The Denver Broncos swung for the fences to solve their quarterback problem in 2022, and wound up striking out.

That said, Nathaniel Hackett’s exit and a strong finish to the season provided more optimism for the future than any other point in the season.

Where do the Broncos stand now that the dust has settled, and where do they go from here? Let’s look.

Russell Wilson

Russell Wilson’s 2023 campaign was nothing short of disastrous and doubled as a referendum on his standing among the league’s elite quarterbacks. The expectations surrounding Wilson have now seismically changed, for the worse, but the post-Hackett era provided some hope that this offense, and Wilson, can at least be functional.

That’s better than anything the Denver Broncos have had since 2014, even if it still falls miles short of meeting Denver’s investment in Wilson.

In 2022, Wilson demonstrated many of the qualities he had shown in the past, just a more degraded version. He was still a high-variance quarterback, as he was throughout much of his Seattle Seahawks career, with his fair share of amazing throws and scrambles that helped to keep the Broncos afloat at times.

But, the flip side of that high-variance style is when you miss on too many deep shots and have a bunch of three-and-outs as a result. Or, you’re holding the ball too long because you’re big-game hunting, and wind up taking a drive-killing sack.

With defenses throwing conservative two-high shell coverages at Wilson at one of the highest rates in the league, those big explosive plays are there less frequently, and, as a result of his declining play-extending ability and struggles operating quick-game concepts, the big negatives are happening more frequently.

2022 saw Russell Wilson post the highest rate of turnover-worthy plays he’s had since 2018 and the lowest rate of big-time throws he’s had in his entire career.

Now, while a lot of that can be pinned on Nathaniel Hackett’s horrific coaching display, it should be noted that even in the post-Hackett era, a lot of Wilson’s problems lingered. Defenses are going to continue to force Wilson to beat them underneath until he proves he can beat them that way, and it’s always been a gap in Wilson’s game, as he struggles to see around the offensive line.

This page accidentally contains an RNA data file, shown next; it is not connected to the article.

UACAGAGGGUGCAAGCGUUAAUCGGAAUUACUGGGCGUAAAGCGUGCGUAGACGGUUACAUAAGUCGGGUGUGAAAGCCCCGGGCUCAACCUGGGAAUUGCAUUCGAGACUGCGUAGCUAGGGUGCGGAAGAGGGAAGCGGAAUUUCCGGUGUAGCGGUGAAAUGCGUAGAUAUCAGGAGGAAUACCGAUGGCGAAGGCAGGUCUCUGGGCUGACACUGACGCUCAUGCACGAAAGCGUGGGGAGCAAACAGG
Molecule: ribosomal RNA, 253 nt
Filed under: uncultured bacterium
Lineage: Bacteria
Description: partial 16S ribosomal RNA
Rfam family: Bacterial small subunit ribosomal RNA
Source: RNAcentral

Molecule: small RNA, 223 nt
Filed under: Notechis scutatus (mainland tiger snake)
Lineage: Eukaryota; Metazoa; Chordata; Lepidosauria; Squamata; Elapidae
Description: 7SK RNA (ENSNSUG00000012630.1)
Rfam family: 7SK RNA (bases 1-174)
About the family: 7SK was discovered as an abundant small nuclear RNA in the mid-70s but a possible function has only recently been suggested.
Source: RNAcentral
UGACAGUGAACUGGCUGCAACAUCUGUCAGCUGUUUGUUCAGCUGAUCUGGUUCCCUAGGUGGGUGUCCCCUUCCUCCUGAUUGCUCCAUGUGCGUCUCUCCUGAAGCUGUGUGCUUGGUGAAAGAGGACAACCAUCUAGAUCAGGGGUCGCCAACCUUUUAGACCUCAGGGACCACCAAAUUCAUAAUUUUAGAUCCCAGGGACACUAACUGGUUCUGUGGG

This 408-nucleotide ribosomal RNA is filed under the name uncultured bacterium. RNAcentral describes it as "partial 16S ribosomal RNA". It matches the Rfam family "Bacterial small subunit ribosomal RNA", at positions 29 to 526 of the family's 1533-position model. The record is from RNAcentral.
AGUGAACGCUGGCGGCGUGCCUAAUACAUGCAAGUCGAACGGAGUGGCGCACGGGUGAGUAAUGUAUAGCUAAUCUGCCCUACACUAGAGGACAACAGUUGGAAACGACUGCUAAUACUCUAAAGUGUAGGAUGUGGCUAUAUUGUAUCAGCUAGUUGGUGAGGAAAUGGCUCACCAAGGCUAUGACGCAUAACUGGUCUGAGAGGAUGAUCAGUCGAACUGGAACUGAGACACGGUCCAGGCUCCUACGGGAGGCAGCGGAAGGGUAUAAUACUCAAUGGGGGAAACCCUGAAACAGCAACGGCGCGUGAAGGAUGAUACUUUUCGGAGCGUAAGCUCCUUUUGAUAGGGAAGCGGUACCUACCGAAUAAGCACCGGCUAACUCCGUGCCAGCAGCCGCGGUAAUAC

On top of that, it’s even more difficult for Wilson to do that now, because while he is still mobile, he’s not as mobile as he once was, making it more difficult for him to escape the pocket and get all those sight-blocking obstructions out of his way without creating sacks. Too many times this season Wilson was dragged down from behind by a defensive tackle, when a prime Wilson would’ve broken the pocket and created a positive offensive play.

The first 10 dropbacks Wilson had in Week 18 produced a total of three yards for the offense. Over the first half of the Week 17 game, and in the first 29:30 of the Week 18 game, Wilson dropped back to pass 32 times and the offense gained just 91 yards. That’s 59:30 (49.6%) of the 120 post-Hackett minutes.

Even if you give him the entirety of those first halves, he’s still producing worse than Nathan Peterman. Peterman gained 5.12 yards per dropback for his offense while completing 56 percent of his passes. Post-Hackett Wilson gained 4.74 yards per dropback and completed 53 percent of his passes.

Now, in the second halves of those games, Wilson was truly electric. He looked a lot more like the Wilson of old, and he provided the Denver Broncos with a vision of his upside that they hadn’t really gotten in the 16 weeks of Hackett.

Jerry Rosburg and Justin Outten leaned into heavier personnel, minimized the role of the passing game while ensuring they were attacking downfield whenever they did pass it, and leaned on Wilson’s legs more as a way to move the pocket, and also to create plays for an anemic rushing attack. The results speak for themselves, as the offense took terrific leaps across the board, and shouldn’t be fully dismissed.